Web Only Articles

  • Immigrant Integration Services Must Aim to Build Assets

    Financial coaching and small business development services should be right up there next to learning English.

  • Impact Hub, a coworking space partially financed by Fund Good Jobs.

    Not Just Any Job

    Community lenders and local governments wrestle with how to encourage—or simply require—that jobs created with their support provide real pathways to opportunity for those who need them most.

  • Serving the Community, In Their Language

    From hiring priorities to translation headsets to special requests of the phone company—the exciting and important work of serving multicultural, multilingual populations.

  • Participants in Mission Asset Fund's Lending Circle for Citizenship.

    Citizenship Is an Asset

    Naturalizing is a great way to improve opportunity, but it’s expensive. How can we open that door to more of the immigrants who qualify?

  • Learning to Stretch

    Community development corporations find ways to embrace new immigrant communities and new challenges.

  • The Revitalization Trap

    Place-based initiatives won’t address the kinds of injustice and poverty that community development was formed to fight.

  • Nebraska—For Liberty Village community's opening, homeowners were invited to display both the flags of the United States and their country of origin. In the 24 homes, ten different nationalities are represented.

    Building Multiculturally

    One culture’s idea of the ideal house is different from another. Luckily, floor plans are adaptable.

  • Eva and her son Joshua have been involved with WDP for over three years. Eva has testified at city hall and the state legislature in favor of better protections for construction workers.

    Protecting Immigrant Workers

    The Texas construction industry is a good example of what happens when immigrant workers’ rights are not respected. This organization explains how it's fighting back.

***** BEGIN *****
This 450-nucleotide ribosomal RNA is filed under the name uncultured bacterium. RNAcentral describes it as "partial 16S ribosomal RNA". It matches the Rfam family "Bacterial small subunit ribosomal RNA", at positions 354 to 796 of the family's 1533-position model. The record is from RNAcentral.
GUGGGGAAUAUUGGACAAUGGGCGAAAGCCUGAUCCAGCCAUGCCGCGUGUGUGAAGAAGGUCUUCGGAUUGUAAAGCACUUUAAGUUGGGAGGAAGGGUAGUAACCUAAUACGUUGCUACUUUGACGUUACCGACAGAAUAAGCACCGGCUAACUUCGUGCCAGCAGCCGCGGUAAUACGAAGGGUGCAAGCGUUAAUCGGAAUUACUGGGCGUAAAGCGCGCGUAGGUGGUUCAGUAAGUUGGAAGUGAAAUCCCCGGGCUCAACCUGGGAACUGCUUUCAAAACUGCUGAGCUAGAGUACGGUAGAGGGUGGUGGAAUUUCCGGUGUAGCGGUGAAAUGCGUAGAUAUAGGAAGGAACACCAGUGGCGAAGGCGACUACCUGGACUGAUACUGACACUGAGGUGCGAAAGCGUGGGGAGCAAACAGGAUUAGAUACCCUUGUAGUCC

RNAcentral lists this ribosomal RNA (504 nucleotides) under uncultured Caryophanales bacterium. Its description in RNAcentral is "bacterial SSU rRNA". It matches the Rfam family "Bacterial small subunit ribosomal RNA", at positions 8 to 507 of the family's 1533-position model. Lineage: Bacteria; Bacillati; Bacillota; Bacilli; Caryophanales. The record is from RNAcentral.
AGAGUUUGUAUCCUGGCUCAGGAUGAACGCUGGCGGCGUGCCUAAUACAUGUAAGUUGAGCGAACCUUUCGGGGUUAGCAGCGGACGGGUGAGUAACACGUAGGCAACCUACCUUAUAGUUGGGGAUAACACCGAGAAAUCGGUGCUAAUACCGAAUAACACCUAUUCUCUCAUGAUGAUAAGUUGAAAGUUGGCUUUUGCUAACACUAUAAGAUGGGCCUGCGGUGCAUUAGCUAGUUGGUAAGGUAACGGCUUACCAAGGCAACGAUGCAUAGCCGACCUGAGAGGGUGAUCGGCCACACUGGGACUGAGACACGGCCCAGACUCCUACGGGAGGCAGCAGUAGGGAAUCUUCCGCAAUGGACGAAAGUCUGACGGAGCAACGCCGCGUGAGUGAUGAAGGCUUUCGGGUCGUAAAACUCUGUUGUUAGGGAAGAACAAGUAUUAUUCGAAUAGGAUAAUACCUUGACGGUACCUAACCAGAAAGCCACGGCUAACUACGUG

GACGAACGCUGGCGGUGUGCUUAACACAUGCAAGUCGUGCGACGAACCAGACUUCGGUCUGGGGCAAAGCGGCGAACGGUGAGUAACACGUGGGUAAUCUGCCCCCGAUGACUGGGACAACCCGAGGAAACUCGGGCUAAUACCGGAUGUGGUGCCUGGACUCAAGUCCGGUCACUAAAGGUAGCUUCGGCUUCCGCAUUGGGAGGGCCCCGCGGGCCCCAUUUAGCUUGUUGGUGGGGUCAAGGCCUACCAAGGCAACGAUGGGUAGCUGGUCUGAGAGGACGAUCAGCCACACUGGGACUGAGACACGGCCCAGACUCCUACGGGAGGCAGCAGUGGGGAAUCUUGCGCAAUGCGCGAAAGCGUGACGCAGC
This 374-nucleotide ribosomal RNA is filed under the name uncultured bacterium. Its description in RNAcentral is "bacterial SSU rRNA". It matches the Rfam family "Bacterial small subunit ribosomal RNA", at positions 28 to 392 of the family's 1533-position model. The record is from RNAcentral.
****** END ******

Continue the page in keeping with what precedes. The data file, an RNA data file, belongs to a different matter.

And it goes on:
• A New Remedy for America’s Complicated Immigration History

    Public and private will—not politics—will change the national immigration conversation

  • Interview with John Henneberger, Texas Low Income Housing Information Service

    It’s not every year (or even every decade) that community developers and housers see themselves represented in the ranks of the coveted MacArthur Fellows (or “genius grant” recipients). That in and of itself would be sufficiently exciting, but when Shelterforce staff sat down to talk to John Henneberger of the Texas Low Income Housing Information Service, one of the 2014 MacArthur geniuses, we certainly found ourselves impressed and excited. Driven by a sense of justice since college, he has been on the frontlines of the fight for equality and equity since those years. Henneberger has extensive knowledge of the field, an ability to clearly relate many of our most basic concerns to each other, and a clear-eyed focus on end goals above interim measures. In this two part interview, he talks about expansive definitions of “fair housing,” exciting organizing work in Texas that the rest of the country should keep an eye on, the role of a state-level advocacy organization, and much more.

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